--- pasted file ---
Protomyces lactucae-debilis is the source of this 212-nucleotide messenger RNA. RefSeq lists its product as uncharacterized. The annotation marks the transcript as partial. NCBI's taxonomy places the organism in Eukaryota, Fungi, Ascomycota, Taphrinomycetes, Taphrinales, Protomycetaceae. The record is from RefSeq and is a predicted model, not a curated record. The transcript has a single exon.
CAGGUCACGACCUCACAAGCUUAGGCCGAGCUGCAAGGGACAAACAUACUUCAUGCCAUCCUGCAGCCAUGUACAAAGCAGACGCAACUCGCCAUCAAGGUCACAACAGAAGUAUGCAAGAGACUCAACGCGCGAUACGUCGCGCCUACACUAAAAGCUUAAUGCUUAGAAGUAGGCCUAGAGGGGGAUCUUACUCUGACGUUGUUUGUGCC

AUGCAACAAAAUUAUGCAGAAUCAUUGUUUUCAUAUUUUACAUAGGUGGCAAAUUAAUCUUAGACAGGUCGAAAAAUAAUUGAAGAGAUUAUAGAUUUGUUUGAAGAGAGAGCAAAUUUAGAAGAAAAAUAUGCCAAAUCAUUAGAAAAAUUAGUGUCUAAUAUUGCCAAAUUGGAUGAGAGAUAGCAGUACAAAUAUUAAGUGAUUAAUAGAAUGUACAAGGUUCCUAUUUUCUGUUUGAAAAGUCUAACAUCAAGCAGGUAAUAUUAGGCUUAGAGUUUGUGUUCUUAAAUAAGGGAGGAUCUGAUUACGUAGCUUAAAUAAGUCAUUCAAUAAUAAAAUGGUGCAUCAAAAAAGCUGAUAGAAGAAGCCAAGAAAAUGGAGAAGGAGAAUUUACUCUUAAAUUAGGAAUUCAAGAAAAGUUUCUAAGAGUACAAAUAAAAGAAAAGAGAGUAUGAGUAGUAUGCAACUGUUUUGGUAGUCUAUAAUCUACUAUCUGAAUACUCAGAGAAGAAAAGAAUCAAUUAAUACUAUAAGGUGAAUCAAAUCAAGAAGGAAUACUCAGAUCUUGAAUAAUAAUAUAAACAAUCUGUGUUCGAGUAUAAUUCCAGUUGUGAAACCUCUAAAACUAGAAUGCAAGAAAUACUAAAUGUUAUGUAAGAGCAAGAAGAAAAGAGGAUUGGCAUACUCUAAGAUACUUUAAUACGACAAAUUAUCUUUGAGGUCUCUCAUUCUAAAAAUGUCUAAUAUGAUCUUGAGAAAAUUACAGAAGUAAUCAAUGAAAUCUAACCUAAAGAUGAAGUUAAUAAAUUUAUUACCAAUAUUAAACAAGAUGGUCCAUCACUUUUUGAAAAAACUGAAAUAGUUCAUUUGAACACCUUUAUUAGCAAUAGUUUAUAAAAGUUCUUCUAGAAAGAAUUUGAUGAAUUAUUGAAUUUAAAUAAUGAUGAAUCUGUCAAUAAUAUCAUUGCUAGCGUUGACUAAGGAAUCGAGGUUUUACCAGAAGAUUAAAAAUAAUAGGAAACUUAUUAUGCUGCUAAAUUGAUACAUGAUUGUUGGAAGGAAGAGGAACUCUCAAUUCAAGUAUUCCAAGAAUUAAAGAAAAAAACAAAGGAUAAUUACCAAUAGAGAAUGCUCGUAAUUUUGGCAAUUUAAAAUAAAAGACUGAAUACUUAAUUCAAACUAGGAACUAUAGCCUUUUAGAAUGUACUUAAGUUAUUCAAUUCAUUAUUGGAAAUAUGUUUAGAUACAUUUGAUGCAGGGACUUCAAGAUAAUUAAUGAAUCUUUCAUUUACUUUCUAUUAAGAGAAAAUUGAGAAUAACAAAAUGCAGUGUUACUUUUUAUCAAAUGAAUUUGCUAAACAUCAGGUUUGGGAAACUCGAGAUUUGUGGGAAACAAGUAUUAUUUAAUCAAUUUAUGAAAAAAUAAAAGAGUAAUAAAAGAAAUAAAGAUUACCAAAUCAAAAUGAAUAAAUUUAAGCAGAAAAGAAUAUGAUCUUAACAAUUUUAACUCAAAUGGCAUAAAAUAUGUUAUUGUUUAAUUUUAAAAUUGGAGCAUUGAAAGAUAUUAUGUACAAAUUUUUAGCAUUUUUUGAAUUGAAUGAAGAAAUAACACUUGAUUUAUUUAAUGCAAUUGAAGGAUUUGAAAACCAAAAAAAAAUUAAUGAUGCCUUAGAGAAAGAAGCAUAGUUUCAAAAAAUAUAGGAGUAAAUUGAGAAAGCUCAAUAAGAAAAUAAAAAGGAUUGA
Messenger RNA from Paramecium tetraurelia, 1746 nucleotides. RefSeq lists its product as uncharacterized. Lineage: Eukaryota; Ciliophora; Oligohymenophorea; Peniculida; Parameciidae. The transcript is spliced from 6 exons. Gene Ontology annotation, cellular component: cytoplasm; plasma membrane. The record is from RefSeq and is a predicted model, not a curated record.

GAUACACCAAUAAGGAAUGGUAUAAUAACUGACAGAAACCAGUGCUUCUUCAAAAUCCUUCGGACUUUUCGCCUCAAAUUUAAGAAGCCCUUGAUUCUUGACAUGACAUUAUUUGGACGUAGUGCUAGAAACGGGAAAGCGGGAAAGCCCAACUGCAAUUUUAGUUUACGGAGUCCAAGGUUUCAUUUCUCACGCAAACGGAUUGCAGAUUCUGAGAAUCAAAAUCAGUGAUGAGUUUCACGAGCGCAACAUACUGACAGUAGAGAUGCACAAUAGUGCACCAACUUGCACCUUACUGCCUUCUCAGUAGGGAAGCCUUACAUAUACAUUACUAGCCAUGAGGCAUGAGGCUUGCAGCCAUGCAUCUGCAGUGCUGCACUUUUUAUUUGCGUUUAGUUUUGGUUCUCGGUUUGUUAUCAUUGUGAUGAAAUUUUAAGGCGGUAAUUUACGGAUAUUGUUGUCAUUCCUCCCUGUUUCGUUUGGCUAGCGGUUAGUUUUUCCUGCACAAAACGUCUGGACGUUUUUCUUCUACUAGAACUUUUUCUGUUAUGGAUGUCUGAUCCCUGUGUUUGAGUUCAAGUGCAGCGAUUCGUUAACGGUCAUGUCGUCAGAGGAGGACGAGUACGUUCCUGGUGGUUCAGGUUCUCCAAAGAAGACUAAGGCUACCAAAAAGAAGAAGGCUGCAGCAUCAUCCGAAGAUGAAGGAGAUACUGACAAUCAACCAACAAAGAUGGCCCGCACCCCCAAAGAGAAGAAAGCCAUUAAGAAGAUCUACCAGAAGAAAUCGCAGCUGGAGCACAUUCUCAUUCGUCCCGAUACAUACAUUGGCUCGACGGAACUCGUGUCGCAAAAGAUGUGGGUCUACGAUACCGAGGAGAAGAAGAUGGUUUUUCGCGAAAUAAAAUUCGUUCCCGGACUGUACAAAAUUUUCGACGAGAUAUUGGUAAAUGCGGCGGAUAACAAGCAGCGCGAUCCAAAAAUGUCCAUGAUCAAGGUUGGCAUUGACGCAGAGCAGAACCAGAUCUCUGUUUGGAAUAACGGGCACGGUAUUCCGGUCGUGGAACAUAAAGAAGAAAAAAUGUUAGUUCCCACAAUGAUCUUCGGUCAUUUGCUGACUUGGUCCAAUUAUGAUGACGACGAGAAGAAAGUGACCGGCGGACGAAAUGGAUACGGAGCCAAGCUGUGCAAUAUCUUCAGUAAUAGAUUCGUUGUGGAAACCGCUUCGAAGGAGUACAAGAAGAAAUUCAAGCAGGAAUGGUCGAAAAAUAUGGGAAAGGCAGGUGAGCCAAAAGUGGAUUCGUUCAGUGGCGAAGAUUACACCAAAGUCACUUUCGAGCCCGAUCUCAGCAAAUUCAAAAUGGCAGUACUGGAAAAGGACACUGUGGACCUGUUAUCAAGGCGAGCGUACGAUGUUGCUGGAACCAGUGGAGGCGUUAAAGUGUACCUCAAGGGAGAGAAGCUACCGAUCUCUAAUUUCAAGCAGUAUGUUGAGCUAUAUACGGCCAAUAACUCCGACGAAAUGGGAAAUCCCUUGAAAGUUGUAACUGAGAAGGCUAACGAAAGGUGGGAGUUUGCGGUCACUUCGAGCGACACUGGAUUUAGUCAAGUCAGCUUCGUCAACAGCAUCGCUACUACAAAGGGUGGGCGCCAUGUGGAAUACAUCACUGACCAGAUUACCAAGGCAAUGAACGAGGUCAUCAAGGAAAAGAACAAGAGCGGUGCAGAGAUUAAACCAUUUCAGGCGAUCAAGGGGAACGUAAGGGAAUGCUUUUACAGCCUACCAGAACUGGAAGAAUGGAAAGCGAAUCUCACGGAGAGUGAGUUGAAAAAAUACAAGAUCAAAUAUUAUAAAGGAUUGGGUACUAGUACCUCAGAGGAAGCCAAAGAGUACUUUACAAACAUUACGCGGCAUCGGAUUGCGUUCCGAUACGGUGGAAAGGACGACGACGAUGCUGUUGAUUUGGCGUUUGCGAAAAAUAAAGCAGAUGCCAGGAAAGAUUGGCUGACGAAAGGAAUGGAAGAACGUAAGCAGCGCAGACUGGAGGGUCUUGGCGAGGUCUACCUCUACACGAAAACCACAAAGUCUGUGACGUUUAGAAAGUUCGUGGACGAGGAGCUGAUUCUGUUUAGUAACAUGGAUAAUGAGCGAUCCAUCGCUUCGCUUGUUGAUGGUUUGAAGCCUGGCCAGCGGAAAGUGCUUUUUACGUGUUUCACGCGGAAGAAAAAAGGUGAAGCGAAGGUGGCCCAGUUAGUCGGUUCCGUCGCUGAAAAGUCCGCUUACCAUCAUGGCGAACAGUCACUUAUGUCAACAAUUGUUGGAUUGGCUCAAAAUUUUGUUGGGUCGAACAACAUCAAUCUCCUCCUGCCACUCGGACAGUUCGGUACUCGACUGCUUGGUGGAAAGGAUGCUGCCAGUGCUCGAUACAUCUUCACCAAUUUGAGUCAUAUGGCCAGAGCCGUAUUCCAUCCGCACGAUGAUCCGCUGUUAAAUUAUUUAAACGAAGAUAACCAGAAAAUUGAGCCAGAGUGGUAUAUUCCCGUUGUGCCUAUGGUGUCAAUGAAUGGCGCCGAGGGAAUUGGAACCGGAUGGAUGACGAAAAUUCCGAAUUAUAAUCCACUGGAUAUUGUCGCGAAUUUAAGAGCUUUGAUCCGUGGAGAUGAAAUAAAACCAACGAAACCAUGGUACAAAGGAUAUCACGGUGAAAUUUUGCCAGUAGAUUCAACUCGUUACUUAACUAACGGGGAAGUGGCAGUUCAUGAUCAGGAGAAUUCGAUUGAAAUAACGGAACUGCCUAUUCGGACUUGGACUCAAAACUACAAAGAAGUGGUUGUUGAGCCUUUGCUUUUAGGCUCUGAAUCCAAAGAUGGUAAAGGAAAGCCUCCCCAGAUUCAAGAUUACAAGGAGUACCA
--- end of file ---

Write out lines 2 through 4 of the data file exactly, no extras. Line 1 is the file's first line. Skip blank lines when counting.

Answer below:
CAGGUCACGACCUCACAAGCUUAGGCCGAGCUGCAAGGGACAAACAUACUUCAUGCCAUCCUGCAGCCAUGUACAAAGCAGACGCAACUCGCCAUCAAGGUCACAACAGAAGUAUGCAAGAGACUCAACGCGCGAUACGUCGCGCCUACACUAAAAGCUUAAUGCUUAGAAGUAGGCCUAGAGGGGGAUCUUACUCUGACGUUGUUUGUGCC

AUGCAACAAAAUUAUGCAGAAUCAUUGUUUUCAUAUUUUACAUAGGUGGCAAAUUAAUCUUAGACAGGUCGAAAAAUAAUUGAAGAGAUUAUAGAUUUGUUUGAAGAGAGAGCAAAUUUAGAAGAAAAAUAUGCCAAAUCAUUAGAAAAAUUAGUGUCUAAUAUUGCCAAAUUGGAUGAGAGAUAGCAGUACAAAUAUUAAGUGAUUAAUAGAAUGUACAAGGUUCCUAUUUUCUGUUUGAAAAGUCUAACAUCAAGCAGGUAAUAUUAGGCUUAGAGUUUGUGUUCUUAAAUAAGGGAGGAUCUGAUUACGUAGCUUAAAUAAGUCAUUCAAUAAUAAAAUGGUGCAUCAAAAAAGCUGAUAGAAGAAGCCAAGAAAAUGGAGAAGGAGAAUUUACUCUUAAAUUAGGAAUUCAAGAAAAGUUUCUAAGAGUACAAAUAAAAGAAAAGAGAGUAUGAGUAGUAUGCAACUGUUUUGGUAGUCUAUAAUCUACUAUCUGAAUACUCAGAGAAGAAAAGAAUCAAUUAAUACUAUAAGGUGAAUCAAAUCAAGAAGGAAUACUCAGAUCUUGAAUAAUAAUAUAAACAAUCUGUGUUCGAGUAUAAUUCCAGUUGUGAAACCUCUAAAACUAGAAUGCAAGAAAUACUAAAUGUUAUGUAAGAGCAAGAAGAAAAGAGGAUUGGCAUACUCUAAGAUACUUUAAUACGACAAAUUAUCUUUGAGGUCUCUCAUUCUAAAAAUGUCUAAUAUGAUCUUGAGAAAAUUACAGAAGUAAUCAAUGAAAUCUAACCUAAAGAUGAAGUUAAUAAAUUUAUUACCAAUAUUAAACAAGAUGGUCCAUCACUUUUUGAAAAAACUGAAAUAGUUCAUUUGAACACCUUUAUUAGCAAUAGUUUAUAAAAGUUCUUCUAGAAAGAAUUUGAUGAAUUAUUGAAUUUAAAUAAUGAUGAAUCUGUCAAUAAUAUCAUUGCUAGCGUUGACUAAGGAAUCGAGGUUUUACCAGAAGAUUAAAAAUAAUAGGAAACUUAUUAUGCUGCUAAAUUGAUACAUGAUUGUUGGAAGGAAGAGGAACUCUCAAUUCAAGUAUUCCAAGAAUUAAAGAAAAAAACAAAGGAUAAUUACCAAUAGAGAAUGCUCGUAAUUUUGGCAAUUUAAAAUAAAAGACUGAAUACUUAAUUCAAACUAGGAACUAUAGCCUUUUAGAAUGUACUUAAGUUAUUCAAUUCAUUAUUGGAAAUAUGUUUAGAUACAUUUGAUGCAGGGACUUCAAGAUAAUUAAUGAAUCUUUCAUUUACUUUCUAUUAAGAGAAAAUUGAGAAUAACAAAAUGCAGUGUUACUUUUUAUCAAAUGAAUUUGCUAAACAUCAGGUUUGGGAAACUCGAGAUUUGUGGGAAACAAGUAUUAUUUAAUCAAUUUAUGAAAAAAUAAAAGAGUAAUAAAAGAAAUAAAGAUUACCAAAUCAAAAUGAAUAAAUUUAAGCAGAAAAGAAUAUGAUCUUAACAAUUUUAACUCAAAUGGCAUAAAAUAUGUUAUUGUUUAAUUUUAAAAUUGGAGCAUUGAAAGAUAUUAUGUACAAAUUUUUAGCAUUUUUUGAAUUGAAUGAAGAAAUAACACUUGAUUUAUUUAAUGCAAUUGAAGGAUUUGAAAACCAAAAAAAAAUUAAUGAUGCCUUAGAGAAAGAAGCAUAGUUUCAAAAAAUAUAGGAGUAAAUUGAGAAAGCUCAAUAAGAAAAUAAAAAGGAUUGA
Messenger RNA from Paramecium tetraurelia, 1746 nucleotides. RefSeq lists its product as uncharacterized. Lineage: Eukaryota; Ciliophora; Oligohymenophorea; Peniculida; Parameciidae. The transcript is spliced from 6 exons. Gene Ontology annotation, cellular component: cytoplasm; plasma membrane. The record is from RefSeq and is a predicted model, not a curated record.